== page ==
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SpaceX Vs Blue Origin: Who Wins The Space Race

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The space projects have been dominated by government bodies until we saw the ambitious companies such as SpaceX and Blue Origin diving into this diverse area. These two are the most prominent names in the private space community and are often put on a face-off due to the similarity of its founders in other areas as well. Owned by two of the most powerful businessmen of all time -- Elon Musk and Jeff Bezos, they have been on the competition radar for their interest in the area of autonomous vehicles. Similarly, in the space segment, while the two companies might look quite similar in its attempts to explore space, the ideology and the approach of these companies vary quite significantly. But one thing cannot be denied that they both are developing large, reusable vehicles capable of carrying people and satellites across space. While we have often heard about SpaceX's missions and launches over the past few years, Blue Origin does not come out to be so ambitious in gaining traction.


Why Facial Recognition Providers Must Take Consumer Privacy Seriously

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Consumer privacy has made big headlines in the recent years with the Facebook Cambridge Analytica Scandal, Europe's GDPR and high-profile breaches by companies like Equifax. It's clear that the data of millions of consumers is at risk every day, and that companies that wish to handle their data must do so with the highest degree of protection around both security and privacy of that data, especially for companies that build and sell AI-enabled facial recognition solutions. As CEO of an AI-enabled software company specializing in facial recognition solutions, I've made data security and privacy among my top priorities. Our pro-privacy stance goes beyond mere privacy by design engineering methodology. We regularly provide our customers with education and best practices, and we have even reached out to US lawmakers, lobbying for sensible pro-privacy regulations governing the technology we sell.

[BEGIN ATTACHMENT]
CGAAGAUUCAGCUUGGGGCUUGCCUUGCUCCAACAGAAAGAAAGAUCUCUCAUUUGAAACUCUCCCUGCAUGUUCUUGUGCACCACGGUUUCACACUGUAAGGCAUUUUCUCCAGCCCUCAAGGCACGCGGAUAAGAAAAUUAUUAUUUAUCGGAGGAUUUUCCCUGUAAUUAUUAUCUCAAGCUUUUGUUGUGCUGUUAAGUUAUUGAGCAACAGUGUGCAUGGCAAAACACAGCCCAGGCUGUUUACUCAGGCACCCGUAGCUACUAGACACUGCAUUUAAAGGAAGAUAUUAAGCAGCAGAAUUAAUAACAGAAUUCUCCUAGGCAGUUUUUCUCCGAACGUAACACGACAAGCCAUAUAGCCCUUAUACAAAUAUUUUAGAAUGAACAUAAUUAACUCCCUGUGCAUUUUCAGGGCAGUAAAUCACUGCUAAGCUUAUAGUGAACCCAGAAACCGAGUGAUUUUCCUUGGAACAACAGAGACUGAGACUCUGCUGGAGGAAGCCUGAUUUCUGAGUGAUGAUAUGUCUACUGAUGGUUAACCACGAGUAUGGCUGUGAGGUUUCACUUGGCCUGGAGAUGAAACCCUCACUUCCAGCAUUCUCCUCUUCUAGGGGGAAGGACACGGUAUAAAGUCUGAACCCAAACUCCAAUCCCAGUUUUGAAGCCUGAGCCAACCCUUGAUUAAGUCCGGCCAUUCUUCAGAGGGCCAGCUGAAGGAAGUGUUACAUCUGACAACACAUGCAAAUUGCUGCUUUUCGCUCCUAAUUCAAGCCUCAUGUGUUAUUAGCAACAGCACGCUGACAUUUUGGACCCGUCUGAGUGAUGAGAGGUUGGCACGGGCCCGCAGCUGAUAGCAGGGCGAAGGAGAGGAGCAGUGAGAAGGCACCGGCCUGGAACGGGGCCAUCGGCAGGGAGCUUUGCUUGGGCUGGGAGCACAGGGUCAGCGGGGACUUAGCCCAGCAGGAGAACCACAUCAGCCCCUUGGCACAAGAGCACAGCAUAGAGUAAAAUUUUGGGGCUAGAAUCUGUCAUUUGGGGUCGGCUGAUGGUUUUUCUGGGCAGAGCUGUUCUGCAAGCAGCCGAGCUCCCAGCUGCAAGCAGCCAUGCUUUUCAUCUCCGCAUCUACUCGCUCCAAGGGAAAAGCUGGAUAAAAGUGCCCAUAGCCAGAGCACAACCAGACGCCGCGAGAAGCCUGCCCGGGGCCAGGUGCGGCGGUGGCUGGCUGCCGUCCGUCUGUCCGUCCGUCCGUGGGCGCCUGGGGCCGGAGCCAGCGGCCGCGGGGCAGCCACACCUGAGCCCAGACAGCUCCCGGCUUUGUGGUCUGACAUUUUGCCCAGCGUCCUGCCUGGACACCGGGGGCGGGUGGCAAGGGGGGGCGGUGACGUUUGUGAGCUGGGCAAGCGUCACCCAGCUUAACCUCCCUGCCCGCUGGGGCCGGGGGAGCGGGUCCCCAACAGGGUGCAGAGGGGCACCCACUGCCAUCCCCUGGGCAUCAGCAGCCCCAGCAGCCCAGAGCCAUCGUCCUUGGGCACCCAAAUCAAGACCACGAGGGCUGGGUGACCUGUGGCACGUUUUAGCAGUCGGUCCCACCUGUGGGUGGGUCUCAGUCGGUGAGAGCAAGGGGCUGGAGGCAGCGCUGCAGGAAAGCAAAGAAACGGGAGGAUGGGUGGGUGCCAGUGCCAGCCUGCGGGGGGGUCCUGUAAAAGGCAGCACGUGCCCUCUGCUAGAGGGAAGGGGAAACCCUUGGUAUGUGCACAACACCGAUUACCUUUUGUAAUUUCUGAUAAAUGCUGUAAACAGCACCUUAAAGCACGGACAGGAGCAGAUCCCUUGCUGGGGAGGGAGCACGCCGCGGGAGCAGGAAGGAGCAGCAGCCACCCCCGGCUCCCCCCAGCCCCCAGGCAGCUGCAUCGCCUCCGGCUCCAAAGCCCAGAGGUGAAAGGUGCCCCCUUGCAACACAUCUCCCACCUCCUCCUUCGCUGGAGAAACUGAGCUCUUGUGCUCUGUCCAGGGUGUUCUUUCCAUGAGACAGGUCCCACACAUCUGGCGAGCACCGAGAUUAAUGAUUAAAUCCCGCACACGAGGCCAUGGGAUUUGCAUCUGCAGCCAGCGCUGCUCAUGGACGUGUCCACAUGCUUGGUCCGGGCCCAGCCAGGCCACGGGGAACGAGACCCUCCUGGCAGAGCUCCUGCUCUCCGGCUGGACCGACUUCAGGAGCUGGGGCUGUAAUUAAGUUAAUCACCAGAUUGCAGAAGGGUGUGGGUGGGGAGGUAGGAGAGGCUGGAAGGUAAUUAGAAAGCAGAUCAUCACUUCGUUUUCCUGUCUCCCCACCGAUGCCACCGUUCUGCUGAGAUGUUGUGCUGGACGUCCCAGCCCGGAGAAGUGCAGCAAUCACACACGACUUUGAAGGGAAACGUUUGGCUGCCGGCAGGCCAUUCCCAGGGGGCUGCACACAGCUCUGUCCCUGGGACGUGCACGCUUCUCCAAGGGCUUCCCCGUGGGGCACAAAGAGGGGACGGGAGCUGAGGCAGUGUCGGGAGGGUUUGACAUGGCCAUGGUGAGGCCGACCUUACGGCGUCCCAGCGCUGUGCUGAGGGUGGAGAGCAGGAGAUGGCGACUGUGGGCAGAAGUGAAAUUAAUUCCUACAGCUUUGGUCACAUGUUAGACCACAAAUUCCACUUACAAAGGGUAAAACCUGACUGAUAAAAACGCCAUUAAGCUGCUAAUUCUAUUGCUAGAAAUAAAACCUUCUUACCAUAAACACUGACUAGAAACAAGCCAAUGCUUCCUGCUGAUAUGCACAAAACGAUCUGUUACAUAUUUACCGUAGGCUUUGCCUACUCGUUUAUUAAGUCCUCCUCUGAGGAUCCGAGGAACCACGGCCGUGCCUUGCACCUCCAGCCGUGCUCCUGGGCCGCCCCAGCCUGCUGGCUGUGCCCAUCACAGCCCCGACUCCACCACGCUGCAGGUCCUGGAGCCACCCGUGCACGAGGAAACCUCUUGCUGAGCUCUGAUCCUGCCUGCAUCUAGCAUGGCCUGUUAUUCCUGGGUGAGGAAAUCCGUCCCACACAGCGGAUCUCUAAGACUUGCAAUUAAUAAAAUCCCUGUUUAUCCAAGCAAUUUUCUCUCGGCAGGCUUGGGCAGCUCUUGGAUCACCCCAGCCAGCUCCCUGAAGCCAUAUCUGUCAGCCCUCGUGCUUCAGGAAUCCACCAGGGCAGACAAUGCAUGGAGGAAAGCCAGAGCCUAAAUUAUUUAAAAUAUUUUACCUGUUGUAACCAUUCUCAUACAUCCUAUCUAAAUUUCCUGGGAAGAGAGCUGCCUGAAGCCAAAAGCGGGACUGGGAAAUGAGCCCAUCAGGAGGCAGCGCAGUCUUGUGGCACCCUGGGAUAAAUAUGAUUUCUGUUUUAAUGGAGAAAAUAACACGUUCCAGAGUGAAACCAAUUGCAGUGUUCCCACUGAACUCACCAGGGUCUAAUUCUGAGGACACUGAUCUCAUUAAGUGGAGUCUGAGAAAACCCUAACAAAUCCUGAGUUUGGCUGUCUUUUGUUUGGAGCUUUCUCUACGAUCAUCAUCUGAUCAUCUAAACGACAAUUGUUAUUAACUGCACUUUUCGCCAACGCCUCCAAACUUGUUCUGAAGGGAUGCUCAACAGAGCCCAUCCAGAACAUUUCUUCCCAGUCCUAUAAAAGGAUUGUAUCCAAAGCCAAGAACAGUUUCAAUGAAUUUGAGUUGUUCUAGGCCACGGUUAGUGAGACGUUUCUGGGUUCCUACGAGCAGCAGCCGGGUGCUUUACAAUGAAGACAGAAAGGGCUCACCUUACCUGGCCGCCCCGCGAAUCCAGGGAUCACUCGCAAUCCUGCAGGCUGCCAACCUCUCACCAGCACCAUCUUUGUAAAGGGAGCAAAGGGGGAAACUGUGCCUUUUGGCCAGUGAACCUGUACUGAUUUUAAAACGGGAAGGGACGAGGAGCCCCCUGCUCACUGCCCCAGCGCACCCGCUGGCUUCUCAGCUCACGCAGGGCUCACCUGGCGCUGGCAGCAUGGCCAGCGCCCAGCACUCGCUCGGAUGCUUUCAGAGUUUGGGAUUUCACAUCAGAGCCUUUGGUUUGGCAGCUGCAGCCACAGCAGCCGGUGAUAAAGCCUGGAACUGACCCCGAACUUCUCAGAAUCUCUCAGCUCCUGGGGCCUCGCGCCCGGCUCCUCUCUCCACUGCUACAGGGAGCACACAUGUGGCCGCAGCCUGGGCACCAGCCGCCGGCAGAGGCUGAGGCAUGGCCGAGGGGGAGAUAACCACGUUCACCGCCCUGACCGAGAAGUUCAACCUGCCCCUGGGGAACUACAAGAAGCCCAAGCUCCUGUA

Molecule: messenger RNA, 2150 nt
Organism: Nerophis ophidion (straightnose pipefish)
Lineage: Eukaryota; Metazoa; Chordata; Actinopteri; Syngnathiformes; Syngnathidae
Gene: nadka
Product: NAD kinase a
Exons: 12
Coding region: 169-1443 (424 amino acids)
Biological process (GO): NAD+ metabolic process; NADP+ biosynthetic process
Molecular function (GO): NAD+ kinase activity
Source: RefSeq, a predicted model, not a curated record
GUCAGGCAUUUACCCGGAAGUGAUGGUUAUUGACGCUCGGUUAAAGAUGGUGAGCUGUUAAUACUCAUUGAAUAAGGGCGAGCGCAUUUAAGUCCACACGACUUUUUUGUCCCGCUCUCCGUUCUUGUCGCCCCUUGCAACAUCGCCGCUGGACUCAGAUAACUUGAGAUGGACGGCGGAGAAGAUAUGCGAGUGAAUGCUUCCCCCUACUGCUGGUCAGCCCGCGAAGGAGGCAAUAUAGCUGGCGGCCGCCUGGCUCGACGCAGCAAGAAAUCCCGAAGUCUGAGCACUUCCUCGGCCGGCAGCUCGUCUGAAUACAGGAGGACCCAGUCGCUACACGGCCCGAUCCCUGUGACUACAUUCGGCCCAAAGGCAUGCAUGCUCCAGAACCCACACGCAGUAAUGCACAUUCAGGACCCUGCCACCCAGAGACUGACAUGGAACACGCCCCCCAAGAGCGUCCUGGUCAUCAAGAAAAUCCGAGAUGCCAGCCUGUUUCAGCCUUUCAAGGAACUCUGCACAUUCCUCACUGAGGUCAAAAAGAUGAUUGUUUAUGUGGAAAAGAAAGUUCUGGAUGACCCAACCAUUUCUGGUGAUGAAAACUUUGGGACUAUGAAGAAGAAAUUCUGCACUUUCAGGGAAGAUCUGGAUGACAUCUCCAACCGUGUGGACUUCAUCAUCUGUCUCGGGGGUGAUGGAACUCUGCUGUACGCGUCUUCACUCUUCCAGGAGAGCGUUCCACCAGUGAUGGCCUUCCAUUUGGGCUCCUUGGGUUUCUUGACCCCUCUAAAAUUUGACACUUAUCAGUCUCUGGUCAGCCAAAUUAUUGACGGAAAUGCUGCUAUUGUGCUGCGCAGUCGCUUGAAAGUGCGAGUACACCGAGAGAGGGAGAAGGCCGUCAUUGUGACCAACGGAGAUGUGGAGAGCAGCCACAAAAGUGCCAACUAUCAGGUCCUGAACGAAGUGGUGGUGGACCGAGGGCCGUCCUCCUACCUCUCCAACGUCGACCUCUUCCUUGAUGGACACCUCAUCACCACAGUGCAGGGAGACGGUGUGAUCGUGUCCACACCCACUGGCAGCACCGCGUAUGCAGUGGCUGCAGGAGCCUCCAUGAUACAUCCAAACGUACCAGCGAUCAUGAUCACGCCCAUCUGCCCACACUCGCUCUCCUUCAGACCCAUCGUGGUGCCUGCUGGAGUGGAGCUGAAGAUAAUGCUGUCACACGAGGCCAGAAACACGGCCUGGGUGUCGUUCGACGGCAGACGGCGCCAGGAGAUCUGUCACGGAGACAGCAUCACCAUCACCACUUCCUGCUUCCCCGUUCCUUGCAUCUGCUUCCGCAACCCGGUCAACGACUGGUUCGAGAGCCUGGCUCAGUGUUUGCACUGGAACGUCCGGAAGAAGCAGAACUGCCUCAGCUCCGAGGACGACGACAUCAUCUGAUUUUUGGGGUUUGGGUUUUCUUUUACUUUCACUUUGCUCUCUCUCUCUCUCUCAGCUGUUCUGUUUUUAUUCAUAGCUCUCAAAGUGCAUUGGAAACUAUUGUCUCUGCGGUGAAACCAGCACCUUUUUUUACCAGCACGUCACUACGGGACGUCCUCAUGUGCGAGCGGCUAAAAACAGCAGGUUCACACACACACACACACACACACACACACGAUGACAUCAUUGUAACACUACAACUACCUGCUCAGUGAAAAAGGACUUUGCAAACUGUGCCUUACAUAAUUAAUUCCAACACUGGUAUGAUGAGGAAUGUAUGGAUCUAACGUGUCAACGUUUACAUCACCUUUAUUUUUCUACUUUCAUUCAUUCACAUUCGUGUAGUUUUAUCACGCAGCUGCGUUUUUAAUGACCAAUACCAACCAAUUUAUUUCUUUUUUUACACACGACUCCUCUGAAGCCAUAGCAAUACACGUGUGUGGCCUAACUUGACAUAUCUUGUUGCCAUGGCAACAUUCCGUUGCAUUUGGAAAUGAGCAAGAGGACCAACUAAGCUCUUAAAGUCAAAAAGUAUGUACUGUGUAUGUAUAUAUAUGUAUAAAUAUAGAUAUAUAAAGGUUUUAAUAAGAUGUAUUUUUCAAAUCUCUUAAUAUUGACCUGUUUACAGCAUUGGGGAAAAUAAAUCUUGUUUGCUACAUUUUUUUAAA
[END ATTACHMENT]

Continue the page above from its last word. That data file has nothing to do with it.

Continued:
Most Learning Is Slow In The Field Of Machine Learning

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The first day of The Rising 2020 started with an informal session with Sara Hooker, a researcher at Google Brain where she shared some of her personal reflections on how to navigate in the field of machine learning and why we need to celebrate failures as well as success. Sara started her session with a simple story where she shared her childhood dream of being featured in the magazine, The Economist. In fact, she mentioned that "one of my goals was to eventually be an economist." However, when that happened in 2016, it wasn't a pleasing feeling for Sara; instead, it was a feeling of "unease" and seemed problematic. A lot of this could be attributed to the article that The Economist did, which profiled the efforts of fast.ai, a course that's run by Jeremy Howard and Rachel Thomas, and utilised Sara as an example of their success.


NVIDIA AI Lets You See What Your Pet Would Look Like If It Were A Meerkat

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One of NVIDIA's many different artificial intelligence projects (and by far the best one to date) lets you envision what your pet might look like it it were a meerkat. In case you didn't know, NVIDIA has its own research group dedicated solely to research into AI, and that includes developing new AI systems and agents which can do some pretty neat things. As the researchers say, although they take AI research very seriously, there's still no excuse not to have some fun with the products of their labors. It's the name given to an AI system they developed around a year ago which can generate a selection of images that are sorts of translations of your own pet's face into what said pet might look like if they were other types of animals. "With GANimal, you can bring your pet's alter ego to life by projecting their expression and pose onto other animals," explain the developers.


The 5 Components Towards Building Production-Ready Machine Learning System

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The biggest issue facing machine learning is how to put the system into production. To conceptualize this framework, there is a significant paper from Google called ML Test Score -- A Rubric for Production Readiness and Technical Debt Reduction -- which is an exhaustive framework/checklist from practitioners at Google. It is a follow-up to previous work from Google, such as (1) Hidden Technical Debt in ML Systems, (2) ML: The High-Interest Credit Card of Technical Debt, and (3) Rules of ML: Best Practices for ML Engineering. As seen in Figure 1 from the paper above, ML system testing is more complex a challenge than testing manually coded systems, since ML system behavior depends strongly on data and models that cannot be sharply specified a priori. One way to see this is to consider ML training as analogous to the compilation, where the source is both code and training data.